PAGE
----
Stefano Ponte is Professor of International Political Economy at Copenhagen Business School and Director of the Centre for Business and Development Studies. His latest book Business, power and sustainability in a world of global value chains was published by Zed Books in 2019.
The COVID-19 crisis has made evident the limitations of existing thinking, preparedness and policy in relation not only to health pandemics but also to the sustainability challenges we face, locally and globally. Contemporary capitalism, with its hyper-individualistic culture and just-in-time – instead of just-in-case – approach to infrastructure and essential equipment, is not geared towards solving global problems that require coordination, cooperation and solidarity. As some activists, scholars and medical personnel have stated recently, ‘We don’t need heroes if we have preparation’.
Clear examples that have emerged with particular force in the past few months include the political inability to coordinate emergency responses within the EU and the US, cut-throat competition among countries seeking to procure essential medical gear, and the realization that we have been undermining the working conditions for ‘essential workers’ for decades. Therefore, an expansive economic stimulus to restart the economy during/post covid-19 cannot be based on the first-line response of capitalism – restoring production and consumption back to ‘usual’.
This is the time to expand and rethink our socio-economic models to stimulate a more sustainable approach to consumption – not limited to consuming more sustainable goods and services (such as organic milk, ecotourism holiday or FSC certified timber), but also on consuming less.
We need to rethink the current organization of the global economy, reform the national economic and political institutions that govern it and devise new forms of governance and collective action within states and across borders. Contemporary hyper-capitalism, rather than humanity per se, is the root cause of the global sustainability crisis and the spread of pandemics – and thus should be the focus of action.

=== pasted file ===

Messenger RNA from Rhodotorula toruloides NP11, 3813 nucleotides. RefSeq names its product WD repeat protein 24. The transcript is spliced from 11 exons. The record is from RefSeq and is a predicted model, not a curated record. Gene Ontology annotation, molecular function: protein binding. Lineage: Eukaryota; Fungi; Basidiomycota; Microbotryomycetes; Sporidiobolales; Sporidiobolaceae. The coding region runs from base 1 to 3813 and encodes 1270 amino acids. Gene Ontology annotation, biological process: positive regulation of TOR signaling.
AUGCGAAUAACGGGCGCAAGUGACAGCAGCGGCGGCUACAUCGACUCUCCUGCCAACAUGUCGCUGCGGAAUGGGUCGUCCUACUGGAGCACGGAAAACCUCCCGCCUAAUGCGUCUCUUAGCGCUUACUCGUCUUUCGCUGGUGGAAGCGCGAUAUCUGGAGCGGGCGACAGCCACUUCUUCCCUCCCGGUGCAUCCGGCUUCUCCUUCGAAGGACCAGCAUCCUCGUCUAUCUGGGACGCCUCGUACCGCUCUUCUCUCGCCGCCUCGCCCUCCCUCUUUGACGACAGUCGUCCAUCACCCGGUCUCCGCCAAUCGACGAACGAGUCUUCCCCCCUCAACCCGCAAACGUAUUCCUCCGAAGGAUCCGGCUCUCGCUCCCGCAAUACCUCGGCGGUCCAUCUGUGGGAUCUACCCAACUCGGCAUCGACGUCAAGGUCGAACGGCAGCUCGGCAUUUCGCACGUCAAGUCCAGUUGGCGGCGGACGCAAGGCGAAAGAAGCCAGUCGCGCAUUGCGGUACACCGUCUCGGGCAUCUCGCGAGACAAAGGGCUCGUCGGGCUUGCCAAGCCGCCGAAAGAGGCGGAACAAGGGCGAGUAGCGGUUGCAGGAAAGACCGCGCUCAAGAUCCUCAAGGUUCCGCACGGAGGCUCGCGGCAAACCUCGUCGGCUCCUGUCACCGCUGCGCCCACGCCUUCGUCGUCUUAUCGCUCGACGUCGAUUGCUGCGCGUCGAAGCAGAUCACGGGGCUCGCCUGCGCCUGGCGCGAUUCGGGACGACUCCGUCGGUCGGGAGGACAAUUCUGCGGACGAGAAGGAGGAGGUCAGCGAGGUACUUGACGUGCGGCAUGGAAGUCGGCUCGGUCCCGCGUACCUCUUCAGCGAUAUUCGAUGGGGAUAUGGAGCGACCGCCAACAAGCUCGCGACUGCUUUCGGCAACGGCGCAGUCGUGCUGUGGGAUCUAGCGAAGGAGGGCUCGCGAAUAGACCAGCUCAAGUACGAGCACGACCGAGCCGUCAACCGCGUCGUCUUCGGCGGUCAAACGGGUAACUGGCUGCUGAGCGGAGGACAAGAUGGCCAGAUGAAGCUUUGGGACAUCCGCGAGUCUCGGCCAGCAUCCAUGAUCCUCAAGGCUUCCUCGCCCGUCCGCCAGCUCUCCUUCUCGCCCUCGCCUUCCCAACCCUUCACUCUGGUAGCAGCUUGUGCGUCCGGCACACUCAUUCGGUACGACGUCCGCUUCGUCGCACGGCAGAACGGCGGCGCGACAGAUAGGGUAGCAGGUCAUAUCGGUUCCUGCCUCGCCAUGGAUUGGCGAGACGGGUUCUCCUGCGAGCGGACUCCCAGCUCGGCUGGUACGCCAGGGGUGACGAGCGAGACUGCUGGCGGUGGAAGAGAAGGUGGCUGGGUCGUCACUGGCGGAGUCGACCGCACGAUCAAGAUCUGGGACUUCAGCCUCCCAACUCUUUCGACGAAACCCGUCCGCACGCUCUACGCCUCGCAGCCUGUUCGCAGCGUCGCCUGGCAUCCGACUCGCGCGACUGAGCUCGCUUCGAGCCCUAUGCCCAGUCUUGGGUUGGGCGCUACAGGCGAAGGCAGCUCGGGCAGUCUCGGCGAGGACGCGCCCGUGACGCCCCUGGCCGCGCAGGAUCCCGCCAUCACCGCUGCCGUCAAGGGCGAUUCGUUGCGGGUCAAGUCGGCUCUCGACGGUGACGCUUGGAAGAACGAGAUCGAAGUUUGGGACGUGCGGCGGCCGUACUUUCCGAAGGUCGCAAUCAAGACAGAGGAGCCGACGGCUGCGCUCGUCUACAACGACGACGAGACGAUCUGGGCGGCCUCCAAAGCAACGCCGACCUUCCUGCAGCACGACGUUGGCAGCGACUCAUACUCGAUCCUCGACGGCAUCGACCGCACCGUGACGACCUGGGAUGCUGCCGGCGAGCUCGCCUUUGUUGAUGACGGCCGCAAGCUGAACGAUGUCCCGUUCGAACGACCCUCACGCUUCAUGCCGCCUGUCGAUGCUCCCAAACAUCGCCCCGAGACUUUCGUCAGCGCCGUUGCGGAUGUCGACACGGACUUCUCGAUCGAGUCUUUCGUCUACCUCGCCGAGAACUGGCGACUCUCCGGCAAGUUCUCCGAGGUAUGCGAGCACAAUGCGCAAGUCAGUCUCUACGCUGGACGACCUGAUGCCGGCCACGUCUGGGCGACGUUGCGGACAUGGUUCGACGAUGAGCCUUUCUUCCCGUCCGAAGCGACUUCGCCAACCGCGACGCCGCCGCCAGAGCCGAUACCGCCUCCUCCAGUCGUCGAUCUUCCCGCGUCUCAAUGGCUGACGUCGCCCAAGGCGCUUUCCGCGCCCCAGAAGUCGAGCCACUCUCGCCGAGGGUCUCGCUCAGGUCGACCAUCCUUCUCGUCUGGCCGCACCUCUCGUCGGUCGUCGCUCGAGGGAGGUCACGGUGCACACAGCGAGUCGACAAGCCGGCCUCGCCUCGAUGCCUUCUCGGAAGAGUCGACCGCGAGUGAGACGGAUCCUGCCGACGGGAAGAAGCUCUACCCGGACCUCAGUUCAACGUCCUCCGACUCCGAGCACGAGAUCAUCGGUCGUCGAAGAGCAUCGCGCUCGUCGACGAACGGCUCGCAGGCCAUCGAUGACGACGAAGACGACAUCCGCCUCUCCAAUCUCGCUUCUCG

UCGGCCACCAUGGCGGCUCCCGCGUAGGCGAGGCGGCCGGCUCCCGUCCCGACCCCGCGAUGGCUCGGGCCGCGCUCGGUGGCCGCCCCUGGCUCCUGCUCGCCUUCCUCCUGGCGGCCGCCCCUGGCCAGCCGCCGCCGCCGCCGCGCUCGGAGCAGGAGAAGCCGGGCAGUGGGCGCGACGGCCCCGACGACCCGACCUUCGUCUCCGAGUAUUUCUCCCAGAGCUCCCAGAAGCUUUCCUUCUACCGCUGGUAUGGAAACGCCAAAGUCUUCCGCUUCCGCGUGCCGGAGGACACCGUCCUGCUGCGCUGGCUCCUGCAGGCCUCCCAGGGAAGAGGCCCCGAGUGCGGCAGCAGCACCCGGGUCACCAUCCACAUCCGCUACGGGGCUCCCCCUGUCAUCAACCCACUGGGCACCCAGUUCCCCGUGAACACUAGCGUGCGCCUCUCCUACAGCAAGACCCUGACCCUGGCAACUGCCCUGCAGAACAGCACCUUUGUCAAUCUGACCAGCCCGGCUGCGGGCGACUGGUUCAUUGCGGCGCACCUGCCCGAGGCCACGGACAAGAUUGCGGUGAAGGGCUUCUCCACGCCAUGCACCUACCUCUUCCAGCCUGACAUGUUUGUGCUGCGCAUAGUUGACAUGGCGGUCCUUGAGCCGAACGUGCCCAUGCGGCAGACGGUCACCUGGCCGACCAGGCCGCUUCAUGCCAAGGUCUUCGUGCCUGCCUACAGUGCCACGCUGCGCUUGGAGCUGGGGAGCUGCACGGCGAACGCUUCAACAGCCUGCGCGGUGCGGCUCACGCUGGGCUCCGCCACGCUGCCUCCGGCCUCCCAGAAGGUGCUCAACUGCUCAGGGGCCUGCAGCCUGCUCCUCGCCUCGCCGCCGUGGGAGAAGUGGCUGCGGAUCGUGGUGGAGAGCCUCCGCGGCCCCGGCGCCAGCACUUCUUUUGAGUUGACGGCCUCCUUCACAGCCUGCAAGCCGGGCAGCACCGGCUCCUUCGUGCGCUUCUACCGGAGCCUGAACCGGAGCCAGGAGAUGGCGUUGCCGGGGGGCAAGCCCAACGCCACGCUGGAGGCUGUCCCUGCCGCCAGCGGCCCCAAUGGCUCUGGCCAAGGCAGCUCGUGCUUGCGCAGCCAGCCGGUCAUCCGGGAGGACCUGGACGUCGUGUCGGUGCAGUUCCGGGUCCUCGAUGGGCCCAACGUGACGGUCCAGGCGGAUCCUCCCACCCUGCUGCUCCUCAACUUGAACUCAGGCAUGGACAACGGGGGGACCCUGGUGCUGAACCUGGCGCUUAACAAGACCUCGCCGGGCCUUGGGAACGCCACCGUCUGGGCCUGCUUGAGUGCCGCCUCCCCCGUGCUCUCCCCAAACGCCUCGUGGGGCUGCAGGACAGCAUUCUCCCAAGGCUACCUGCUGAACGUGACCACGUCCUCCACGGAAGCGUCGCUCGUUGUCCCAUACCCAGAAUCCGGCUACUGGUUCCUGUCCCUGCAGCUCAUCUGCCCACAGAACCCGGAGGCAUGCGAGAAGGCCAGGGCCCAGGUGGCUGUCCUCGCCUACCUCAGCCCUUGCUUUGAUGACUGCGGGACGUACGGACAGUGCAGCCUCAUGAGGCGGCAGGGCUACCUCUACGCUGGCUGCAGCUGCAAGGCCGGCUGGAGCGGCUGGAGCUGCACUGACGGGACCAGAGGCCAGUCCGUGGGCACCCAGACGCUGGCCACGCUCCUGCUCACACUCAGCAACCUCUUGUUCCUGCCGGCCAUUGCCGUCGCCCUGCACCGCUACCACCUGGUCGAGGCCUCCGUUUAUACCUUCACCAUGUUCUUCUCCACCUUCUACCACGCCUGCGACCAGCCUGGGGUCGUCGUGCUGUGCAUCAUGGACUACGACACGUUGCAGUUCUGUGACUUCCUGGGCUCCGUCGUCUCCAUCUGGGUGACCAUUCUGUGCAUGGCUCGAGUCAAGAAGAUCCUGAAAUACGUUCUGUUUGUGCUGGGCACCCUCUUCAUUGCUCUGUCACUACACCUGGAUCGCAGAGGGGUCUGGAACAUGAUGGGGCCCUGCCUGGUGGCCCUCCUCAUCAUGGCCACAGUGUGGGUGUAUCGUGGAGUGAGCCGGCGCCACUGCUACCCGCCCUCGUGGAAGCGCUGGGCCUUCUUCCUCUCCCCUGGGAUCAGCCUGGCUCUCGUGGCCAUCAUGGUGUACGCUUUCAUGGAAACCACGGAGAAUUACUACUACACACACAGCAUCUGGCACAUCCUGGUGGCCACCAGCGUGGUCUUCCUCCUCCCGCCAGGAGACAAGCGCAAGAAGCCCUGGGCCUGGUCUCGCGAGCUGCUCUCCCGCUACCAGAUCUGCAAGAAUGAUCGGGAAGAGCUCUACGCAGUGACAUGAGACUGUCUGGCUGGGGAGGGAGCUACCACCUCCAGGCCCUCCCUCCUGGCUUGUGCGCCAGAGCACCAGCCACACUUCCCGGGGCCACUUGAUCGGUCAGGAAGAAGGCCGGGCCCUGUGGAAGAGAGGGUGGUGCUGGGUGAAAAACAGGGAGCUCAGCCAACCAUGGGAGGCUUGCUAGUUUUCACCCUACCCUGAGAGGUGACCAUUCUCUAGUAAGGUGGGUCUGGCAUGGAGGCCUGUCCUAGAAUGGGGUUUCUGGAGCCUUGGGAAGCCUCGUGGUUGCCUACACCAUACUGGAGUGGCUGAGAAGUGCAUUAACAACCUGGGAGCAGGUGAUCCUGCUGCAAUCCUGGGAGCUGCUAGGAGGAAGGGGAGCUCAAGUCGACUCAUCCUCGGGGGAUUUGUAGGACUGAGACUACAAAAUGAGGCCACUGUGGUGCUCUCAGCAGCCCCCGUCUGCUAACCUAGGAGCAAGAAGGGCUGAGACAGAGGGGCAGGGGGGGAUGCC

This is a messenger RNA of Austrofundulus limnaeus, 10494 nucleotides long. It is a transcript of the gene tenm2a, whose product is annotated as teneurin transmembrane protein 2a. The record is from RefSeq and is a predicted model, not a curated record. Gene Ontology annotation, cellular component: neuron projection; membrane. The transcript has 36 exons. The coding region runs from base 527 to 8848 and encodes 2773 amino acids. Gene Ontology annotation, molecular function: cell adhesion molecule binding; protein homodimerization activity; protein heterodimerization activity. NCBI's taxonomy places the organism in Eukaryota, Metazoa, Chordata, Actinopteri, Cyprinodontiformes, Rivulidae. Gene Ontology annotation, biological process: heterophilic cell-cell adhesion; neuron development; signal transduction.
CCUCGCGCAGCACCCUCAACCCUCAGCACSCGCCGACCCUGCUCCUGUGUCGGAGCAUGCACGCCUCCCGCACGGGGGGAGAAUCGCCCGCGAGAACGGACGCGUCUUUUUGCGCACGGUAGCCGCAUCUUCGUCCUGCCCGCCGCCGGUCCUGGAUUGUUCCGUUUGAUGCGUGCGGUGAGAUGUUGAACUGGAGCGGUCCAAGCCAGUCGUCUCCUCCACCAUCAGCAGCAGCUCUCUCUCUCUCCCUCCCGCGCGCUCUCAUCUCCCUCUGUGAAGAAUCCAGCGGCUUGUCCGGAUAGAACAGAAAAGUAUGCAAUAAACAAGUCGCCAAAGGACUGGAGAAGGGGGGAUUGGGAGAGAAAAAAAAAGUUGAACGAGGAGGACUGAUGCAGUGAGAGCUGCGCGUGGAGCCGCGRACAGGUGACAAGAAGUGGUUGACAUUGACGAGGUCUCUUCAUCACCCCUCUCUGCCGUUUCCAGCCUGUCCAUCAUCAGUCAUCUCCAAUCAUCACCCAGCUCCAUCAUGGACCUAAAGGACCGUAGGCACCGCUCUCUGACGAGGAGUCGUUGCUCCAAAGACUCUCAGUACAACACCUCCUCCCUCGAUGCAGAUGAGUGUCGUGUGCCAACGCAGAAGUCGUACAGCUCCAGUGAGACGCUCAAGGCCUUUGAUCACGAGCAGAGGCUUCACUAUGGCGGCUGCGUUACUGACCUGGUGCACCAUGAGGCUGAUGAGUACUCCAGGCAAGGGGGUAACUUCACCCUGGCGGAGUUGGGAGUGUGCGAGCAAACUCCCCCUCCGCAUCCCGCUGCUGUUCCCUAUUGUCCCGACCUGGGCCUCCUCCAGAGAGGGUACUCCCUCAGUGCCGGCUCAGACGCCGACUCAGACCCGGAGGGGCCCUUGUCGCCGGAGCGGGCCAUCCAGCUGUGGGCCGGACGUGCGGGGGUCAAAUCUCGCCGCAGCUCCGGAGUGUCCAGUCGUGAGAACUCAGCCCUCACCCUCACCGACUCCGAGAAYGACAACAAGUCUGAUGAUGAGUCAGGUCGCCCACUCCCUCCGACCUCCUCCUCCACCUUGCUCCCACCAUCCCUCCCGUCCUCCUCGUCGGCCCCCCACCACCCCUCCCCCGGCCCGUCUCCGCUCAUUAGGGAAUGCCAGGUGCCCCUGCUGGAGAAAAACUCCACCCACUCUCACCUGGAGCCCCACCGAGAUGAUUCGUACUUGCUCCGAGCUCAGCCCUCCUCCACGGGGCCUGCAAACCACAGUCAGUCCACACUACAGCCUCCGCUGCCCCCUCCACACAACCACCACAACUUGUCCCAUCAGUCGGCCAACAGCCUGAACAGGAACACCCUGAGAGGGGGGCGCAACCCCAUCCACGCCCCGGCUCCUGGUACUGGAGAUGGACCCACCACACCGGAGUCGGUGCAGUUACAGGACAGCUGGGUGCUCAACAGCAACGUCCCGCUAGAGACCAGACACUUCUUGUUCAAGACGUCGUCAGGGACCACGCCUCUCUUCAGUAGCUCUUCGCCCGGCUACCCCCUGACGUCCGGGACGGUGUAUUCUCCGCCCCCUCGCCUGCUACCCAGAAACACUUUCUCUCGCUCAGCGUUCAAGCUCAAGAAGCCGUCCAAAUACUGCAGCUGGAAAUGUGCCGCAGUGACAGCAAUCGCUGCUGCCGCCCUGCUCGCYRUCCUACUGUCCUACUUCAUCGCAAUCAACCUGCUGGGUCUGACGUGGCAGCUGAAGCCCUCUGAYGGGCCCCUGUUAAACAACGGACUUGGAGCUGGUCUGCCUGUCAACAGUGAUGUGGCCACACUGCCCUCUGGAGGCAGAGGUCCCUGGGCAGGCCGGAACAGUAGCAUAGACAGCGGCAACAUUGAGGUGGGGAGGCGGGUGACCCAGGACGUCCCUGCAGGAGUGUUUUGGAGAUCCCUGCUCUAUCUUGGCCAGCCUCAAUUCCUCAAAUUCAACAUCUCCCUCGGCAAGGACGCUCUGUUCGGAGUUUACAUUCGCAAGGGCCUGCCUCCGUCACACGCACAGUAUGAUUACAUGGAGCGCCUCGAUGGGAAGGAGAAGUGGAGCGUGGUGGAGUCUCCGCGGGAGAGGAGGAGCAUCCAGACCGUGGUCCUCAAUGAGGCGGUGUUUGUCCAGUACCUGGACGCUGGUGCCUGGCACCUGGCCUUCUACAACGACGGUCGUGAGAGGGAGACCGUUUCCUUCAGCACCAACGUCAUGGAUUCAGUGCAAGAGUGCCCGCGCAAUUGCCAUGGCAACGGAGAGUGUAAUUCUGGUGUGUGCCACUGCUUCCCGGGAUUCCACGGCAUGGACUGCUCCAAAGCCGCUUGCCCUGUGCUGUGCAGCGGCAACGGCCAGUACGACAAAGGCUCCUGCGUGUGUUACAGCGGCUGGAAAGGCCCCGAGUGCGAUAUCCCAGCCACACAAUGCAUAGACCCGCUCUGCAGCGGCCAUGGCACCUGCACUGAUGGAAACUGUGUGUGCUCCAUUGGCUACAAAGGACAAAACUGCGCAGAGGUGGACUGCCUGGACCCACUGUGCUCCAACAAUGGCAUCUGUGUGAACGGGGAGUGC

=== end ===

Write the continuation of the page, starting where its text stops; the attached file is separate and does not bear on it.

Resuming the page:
To achieve this, we need a different kind of ‘green entrepreneurial state’ that de-couples sustainability from growth, and that does not intervene to bail out carbon intensive industries tout court. Oil markets have tanked in recent weeks, and $0 (or even negative) oil prices are devaluing oil industry assets dramatically. A green and just recovery in the oil industry transition means focusing on helping workers first and foremost, rather than executives or shareholders. This could entail partial nationalization of assets to essentially shut the oil industry down in the mid-term and open the way for further investment in renewables, which would otherwise be dampened by competition from cheap oil.
Second, what we need is more community involvement in the economy, changes in labour law to make unionization easier, tax reforms to make municipal and cooperative forms of organization more attractive, corporate regulation to facilitate employee ownership, and stimuli to expand the radical and democratic ecological experiments that are already in place – such as the shared living communities that have been active in Denmark since the 1970s.
Third, important insights for a recovery plan can be offered by the idea of ‘just sustainability’, which incorporates ‘the need to ensure a better quality of life for all, now and into the future, in a just and equitable manner, whilst living within the limits of supporting ecosystems’. Therefore, a path towards recovery during-and-post COVID-19 needs to address inequality – as it drives competitive consumption and leads to lower levels of trust in societies, making public action (including under a pandemic) more difficult. Excluding companies from recovery funds which have made use of tax avoidance tools is one of the necessary steps. But broader and collective actions to stamp out tax heavens are needed more than ever.
Just sustainability entails focusing on improving quality of life and wellbeing, rather than growth. It demands a community economy and increased public, not private, consumption. It involves meeting the needs of both current and future generations and at the same time reimagining these needs. It demands a paradigm of sufficiency, rather than maximization of consumption. Finally, it recognizes that overconsumption and environmental degradation affect the right to enjoy a decent quality of life.
The imperatives of growth and ever-growing consumption are part of the problem and cannot be the solution. Paying attention to what we buy and consume, and how it was produced remains important, but we cannot buy our way into a sustainable future.